In general, I don’t think turning three lines of code into one line makes an application better, or more readable, or prettier, or whatever is your goal. The logical extension of this is to switch to writing Perl code:
# Valentine.pl, copyright 2001-2007 Bill Karwin
map( ( $r=$_, map( ( $y=$r-$_/3, $l[24-$r].=(‘ ‘,’@’)[$y**2-20*$y+($_**2)/3<0] ), (0..30) ), ), (0..24) );
print join(“n”, map(reverse($_).$_, @l)), “n”;
The problem with such super-compressed code is that it becomes harder to code, harder to debug problems, and harder to maintain. Imagine being a newly hired developer assigned to a project that contains code all written like the above.
Of course, we’re not talking about code as obfuscated as the above. But taking a step in the direction of compressed code for the sake of compressed code, instead of for some functional improvement, is a step toward making the code less maintainable.
For example, think about reading diffs in your revision control system, when a bug fix occurs on such a compressed line of code. It’s harder to see the nature of the bug fix, compared to a more expanded form of coding. For this reason, I prefer to write expanded code–even when writing Perl code!
The ternary operator is another good example. Vidyut expresses that the ternary operator should not exist. It’s true that it can be abused like any programming construct, but it is definitely useful to have the ternary operator in the language. It is a simple if/else construct, which has a return value. The conventional if/else construct doesn’t have a return value. Alex gives an example that is a perfect use of the ternary operator.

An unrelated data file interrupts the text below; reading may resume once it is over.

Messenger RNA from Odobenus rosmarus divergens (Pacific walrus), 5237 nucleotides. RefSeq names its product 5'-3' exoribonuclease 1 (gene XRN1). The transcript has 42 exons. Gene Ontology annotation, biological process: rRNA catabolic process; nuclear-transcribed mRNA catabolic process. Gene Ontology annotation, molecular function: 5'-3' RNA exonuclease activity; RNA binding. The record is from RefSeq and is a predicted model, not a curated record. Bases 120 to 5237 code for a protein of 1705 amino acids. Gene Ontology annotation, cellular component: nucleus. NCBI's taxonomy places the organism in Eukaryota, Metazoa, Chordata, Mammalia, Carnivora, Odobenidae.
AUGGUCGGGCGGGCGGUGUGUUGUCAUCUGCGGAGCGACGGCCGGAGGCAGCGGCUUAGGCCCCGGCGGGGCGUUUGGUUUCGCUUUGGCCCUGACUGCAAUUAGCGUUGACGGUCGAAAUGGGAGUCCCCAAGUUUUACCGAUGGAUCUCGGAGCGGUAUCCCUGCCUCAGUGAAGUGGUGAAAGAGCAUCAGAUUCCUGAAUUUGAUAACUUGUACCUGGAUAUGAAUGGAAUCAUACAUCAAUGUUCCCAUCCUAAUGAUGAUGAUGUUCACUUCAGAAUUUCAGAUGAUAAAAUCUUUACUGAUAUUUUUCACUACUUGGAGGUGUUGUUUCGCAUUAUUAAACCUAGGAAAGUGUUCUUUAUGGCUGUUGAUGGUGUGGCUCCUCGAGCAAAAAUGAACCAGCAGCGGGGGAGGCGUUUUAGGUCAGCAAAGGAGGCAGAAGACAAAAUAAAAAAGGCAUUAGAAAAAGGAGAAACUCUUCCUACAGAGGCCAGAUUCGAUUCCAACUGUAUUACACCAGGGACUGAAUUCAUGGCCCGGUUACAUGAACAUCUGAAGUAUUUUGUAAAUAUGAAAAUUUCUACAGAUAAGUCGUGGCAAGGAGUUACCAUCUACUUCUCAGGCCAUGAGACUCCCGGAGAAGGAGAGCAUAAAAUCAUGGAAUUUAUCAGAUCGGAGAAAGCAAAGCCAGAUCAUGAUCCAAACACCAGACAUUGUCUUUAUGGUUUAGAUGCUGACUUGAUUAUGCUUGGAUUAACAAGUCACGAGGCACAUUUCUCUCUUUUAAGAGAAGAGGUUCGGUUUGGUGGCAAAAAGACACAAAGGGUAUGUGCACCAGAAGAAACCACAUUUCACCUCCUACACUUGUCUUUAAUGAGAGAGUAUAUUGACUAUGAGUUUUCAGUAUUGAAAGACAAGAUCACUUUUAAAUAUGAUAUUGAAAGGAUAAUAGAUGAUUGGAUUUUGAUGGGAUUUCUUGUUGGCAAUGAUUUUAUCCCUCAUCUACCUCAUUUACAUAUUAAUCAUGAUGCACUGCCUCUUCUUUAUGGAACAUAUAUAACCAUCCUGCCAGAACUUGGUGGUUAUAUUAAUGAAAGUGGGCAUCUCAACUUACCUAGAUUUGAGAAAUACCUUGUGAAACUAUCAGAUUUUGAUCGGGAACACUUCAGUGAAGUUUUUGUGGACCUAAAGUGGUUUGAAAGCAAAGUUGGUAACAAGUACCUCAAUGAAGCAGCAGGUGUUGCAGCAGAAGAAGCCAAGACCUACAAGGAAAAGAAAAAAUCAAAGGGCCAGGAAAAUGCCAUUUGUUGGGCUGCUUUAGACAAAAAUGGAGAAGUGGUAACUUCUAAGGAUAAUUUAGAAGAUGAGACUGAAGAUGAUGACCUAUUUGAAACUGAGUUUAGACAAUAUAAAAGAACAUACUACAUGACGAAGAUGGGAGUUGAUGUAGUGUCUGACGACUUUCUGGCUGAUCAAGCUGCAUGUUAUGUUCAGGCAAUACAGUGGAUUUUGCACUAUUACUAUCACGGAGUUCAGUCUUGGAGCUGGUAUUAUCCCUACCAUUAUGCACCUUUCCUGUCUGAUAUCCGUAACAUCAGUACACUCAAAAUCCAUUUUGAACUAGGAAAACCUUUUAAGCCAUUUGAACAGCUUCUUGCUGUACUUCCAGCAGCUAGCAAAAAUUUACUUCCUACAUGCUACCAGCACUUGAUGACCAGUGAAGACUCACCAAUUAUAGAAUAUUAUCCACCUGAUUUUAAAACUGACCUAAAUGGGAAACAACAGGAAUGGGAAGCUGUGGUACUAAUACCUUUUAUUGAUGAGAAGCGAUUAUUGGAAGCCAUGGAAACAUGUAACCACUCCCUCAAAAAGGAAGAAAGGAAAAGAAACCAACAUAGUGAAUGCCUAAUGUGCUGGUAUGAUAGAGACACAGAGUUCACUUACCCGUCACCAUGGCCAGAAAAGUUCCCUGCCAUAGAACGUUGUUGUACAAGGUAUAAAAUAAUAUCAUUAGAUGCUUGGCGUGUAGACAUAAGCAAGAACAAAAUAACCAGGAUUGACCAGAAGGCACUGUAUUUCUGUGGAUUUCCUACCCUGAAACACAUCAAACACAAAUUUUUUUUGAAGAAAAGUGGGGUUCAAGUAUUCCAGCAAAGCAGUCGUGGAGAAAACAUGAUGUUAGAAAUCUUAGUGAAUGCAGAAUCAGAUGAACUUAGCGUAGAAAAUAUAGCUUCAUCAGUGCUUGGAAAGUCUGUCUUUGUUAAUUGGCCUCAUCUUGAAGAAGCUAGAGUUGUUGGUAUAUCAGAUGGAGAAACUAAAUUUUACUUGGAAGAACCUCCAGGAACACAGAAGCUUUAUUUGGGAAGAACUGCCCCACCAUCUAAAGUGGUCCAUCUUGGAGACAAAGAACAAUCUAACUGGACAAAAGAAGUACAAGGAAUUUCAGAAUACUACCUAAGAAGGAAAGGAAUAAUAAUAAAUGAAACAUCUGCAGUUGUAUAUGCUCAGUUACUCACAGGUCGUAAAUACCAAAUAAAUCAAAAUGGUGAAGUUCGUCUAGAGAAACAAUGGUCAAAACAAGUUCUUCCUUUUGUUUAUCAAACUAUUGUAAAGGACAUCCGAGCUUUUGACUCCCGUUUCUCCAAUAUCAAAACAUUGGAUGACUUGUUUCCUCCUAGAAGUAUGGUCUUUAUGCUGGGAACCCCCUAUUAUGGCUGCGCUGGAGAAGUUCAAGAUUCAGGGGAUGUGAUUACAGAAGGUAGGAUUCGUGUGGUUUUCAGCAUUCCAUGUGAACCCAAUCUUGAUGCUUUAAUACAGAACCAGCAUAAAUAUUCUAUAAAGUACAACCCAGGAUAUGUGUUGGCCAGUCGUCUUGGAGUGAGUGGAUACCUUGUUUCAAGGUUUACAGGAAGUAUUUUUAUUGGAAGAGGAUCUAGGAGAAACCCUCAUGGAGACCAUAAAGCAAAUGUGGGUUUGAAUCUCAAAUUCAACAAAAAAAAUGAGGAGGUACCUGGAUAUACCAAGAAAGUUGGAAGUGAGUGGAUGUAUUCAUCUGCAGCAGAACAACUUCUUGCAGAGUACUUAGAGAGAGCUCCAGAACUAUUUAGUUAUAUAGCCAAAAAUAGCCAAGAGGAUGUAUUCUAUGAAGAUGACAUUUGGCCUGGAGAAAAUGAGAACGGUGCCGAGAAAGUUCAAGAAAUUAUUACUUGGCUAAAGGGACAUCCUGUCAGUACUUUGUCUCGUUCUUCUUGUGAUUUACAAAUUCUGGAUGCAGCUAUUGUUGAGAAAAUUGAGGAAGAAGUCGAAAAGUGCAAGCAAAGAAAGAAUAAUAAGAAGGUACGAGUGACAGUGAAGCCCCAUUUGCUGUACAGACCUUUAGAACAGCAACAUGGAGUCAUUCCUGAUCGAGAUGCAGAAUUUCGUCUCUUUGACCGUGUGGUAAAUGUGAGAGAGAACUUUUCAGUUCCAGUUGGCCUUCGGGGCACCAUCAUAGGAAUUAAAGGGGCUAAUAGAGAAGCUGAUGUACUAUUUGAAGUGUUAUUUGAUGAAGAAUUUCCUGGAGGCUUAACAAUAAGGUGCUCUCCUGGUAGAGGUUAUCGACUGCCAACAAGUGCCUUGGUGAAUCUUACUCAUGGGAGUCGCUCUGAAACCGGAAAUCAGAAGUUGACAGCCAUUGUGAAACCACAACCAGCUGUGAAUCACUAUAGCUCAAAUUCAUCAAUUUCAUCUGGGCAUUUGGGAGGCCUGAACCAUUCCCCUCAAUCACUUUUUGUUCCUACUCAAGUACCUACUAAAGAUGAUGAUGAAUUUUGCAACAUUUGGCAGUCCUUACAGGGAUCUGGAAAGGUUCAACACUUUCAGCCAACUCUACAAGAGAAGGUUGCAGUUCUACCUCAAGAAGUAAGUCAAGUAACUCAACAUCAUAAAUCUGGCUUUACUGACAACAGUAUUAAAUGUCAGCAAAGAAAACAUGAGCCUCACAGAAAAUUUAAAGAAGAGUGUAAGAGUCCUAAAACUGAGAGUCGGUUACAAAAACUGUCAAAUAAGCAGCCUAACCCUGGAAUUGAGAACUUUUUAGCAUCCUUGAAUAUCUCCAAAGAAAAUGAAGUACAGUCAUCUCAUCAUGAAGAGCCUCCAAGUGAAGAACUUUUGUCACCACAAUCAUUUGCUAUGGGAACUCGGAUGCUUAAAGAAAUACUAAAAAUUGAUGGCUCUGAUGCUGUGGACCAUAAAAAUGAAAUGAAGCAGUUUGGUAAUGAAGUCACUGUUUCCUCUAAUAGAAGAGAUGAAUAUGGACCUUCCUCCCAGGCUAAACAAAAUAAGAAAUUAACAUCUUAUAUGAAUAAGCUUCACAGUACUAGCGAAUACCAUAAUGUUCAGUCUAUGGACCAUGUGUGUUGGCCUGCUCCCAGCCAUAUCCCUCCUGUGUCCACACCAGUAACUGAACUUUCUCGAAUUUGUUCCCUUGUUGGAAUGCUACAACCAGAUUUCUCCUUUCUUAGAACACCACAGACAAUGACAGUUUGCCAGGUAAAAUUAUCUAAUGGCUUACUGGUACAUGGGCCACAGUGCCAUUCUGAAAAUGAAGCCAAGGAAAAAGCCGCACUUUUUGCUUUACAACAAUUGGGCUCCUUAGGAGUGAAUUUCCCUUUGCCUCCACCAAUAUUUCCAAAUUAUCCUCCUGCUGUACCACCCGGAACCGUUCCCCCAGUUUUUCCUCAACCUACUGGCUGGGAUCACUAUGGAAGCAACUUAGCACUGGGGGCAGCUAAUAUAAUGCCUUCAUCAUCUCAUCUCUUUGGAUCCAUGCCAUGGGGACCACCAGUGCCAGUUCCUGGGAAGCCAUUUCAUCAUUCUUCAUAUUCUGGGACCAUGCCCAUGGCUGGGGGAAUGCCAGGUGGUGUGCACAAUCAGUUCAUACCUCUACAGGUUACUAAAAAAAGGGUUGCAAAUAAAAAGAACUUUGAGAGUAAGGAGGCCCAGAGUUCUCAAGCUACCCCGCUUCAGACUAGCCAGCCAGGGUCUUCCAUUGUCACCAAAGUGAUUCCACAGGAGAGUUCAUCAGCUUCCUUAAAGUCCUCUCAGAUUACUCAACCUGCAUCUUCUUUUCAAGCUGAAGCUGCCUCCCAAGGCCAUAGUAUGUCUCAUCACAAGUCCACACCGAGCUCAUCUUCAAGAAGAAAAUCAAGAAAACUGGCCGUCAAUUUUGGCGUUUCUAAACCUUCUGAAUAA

$message = ($age < 16) ? 'Welcome!' : 'You are too old!';
But notice I said simple. The ternary operator is inappropriate to use for any if/else blocks that contain anything more complex than a single expression. What if the application requires that we log the event when someone who is too old attempts to access the system?
One can try to do acrobatics in code to accomplish two steps in one expression, but this is not a good practice because if a bug occurs in either step or the requirements change, you end up breaking both.
$message = ($age < 16) ? 'Welcome!' : log_and_return_message('You are too old!');
Once either the positive or negative block becomes anything other than a single expression, you do need to change to using an if/else construct. So if you are tempted to use a ternary operator because it’s shorter or it’s prettier, consider if there is any likely scenario in which you would have to restructure it anyway. If so, that’s probably a good reason to use if/else instead of a ternary expression.